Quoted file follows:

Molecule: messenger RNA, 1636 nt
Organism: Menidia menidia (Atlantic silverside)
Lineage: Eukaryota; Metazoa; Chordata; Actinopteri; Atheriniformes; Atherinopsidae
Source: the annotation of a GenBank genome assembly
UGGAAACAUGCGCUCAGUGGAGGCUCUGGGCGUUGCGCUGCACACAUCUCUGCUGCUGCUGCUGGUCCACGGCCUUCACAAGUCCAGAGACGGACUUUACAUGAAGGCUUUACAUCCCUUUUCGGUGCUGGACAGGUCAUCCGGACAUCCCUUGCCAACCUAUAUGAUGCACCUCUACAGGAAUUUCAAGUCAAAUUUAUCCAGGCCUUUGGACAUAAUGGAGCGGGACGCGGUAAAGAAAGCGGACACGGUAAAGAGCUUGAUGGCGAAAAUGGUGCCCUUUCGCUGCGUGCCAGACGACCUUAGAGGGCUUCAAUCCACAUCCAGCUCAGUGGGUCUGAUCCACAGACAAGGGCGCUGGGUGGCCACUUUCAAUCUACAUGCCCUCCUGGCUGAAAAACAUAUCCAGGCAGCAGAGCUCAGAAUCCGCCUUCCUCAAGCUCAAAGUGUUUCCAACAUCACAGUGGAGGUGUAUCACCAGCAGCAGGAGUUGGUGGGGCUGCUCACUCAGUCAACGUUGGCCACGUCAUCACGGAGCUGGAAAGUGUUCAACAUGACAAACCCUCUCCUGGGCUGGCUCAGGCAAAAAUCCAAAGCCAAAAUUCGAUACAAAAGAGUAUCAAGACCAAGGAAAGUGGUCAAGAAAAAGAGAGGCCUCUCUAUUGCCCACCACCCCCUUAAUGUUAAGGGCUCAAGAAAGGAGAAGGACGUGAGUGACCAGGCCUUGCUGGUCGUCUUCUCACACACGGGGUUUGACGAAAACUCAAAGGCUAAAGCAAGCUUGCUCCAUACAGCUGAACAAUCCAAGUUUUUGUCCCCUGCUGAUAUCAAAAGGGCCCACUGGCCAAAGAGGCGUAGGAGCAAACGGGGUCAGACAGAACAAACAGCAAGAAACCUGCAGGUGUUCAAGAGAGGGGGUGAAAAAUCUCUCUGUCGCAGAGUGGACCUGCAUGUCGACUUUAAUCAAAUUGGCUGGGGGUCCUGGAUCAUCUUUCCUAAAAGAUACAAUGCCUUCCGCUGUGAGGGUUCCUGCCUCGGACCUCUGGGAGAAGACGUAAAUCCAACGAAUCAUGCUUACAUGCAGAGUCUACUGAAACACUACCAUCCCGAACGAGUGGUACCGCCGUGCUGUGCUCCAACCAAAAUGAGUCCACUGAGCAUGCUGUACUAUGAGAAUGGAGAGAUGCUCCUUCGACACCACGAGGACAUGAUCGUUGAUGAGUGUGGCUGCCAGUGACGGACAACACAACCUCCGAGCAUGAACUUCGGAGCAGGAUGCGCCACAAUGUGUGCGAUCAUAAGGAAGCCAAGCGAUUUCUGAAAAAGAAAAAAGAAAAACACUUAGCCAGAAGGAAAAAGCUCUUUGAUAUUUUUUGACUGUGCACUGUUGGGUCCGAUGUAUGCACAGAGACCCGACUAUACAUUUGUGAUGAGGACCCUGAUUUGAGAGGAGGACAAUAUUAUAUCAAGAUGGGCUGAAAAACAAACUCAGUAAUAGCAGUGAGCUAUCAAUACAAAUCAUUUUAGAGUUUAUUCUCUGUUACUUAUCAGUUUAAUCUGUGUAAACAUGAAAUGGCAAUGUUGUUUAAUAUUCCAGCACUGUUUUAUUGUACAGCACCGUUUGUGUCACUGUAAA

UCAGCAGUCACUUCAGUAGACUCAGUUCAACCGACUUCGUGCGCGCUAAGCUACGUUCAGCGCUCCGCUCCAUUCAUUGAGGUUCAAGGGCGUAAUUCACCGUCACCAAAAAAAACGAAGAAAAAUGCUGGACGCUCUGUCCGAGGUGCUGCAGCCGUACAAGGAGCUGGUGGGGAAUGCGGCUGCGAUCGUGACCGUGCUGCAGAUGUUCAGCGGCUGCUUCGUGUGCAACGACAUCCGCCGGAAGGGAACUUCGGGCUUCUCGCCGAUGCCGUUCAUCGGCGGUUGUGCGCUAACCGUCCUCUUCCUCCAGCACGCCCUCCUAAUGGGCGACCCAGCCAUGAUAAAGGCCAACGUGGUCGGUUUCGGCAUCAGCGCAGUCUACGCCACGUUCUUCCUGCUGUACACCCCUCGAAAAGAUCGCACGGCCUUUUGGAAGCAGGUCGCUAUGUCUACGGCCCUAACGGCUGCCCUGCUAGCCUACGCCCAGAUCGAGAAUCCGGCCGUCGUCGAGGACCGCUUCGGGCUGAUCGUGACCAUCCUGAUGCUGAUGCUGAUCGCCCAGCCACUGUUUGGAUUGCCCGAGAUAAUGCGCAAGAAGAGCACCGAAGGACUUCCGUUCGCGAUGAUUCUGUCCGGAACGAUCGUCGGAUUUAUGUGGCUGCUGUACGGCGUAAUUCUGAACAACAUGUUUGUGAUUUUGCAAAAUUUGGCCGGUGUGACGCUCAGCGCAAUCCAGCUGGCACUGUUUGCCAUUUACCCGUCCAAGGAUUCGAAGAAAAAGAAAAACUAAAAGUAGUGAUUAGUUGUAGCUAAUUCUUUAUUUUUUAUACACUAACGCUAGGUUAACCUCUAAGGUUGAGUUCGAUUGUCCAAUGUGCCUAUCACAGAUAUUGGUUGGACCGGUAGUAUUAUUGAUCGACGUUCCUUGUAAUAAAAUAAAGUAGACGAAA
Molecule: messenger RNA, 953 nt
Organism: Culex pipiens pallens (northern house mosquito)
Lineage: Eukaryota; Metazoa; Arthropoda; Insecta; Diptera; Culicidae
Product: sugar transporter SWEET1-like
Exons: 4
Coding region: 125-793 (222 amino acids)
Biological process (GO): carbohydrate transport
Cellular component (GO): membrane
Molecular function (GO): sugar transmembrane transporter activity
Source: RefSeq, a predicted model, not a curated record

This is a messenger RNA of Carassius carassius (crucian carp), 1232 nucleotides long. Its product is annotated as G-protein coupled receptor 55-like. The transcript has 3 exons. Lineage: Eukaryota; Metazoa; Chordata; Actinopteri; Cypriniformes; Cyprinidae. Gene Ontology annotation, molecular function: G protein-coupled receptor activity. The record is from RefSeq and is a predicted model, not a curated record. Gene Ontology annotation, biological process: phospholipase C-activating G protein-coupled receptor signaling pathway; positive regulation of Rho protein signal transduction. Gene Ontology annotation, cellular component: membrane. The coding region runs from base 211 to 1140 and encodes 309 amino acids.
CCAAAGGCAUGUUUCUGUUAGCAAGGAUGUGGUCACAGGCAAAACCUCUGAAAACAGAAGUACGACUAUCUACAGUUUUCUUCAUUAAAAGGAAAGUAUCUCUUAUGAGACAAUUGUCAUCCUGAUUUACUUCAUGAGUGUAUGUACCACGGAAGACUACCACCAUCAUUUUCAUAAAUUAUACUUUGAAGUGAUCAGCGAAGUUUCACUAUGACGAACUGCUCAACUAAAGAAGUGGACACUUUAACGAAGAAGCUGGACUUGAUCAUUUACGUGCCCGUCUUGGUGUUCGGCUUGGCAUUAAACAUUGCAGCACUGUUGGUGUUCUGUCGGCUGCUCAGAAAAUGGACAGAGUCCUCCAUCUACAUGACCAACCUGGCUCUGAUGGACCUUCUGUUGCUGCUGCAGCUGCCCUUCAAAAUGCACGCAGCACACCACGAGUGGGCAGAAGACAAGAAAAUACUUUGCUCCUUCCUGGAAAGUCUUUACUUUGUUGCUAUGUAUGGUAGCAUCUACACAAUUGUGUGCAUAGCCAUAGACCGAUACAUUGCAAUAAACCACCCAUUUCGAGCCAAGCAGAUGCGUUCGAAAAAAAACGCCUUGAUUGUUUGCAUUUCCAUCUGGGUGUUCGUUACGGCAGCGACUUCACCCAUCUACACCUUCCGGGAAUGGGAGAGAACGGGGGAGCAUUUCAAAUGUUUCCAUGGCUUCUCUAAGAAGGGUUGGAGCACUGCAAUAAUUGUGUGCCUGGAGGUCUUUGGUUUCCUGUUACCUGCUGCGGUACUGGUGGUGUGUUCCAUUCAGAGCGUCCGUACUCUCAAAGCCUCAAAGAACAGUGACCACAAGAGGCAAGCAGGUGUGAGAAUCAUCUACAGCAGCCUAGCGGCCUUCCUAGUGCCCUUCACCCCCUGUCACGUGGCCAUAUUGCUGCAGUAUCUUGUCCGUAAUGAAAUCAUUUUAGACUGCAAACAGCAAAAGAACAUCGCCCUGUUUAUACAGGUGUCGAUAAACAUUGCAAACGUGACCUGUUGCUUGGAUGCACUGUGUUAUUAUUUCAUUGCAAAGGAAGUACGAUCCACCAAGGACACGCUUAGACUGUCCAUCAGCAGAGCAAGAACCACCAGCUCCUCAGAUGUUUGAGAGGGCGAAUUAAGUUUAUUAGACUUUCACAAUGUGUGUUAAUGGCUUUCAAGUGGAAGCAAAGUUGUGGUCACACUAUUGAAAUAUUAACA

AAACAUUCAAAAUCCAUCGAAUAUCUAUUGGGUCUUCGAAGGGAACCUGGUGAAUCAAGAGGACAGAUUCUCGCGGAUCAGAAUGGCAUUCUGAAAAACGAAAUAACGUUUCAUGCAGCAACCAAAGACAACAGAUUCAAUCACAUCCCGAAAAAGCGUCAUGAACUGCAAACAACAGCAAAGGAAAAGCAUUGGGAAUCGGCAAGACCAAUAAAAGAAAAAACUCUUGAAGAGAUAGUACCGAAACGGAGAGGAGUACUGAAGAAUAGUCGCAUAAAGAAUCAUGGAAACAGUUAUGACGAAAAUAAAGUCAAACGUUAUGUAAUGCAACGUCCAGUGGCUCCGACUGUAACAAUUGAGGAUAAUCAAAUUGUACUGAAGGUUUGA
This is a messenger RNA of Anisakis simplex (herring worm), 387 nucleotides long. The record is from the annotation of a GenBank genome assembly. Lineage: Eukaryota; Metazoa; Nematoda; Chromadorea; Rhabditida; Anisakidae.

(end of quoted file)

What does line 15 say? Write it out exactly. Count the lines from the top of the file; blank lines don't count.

Molecular function (GO): sugar transmembrane transporter activity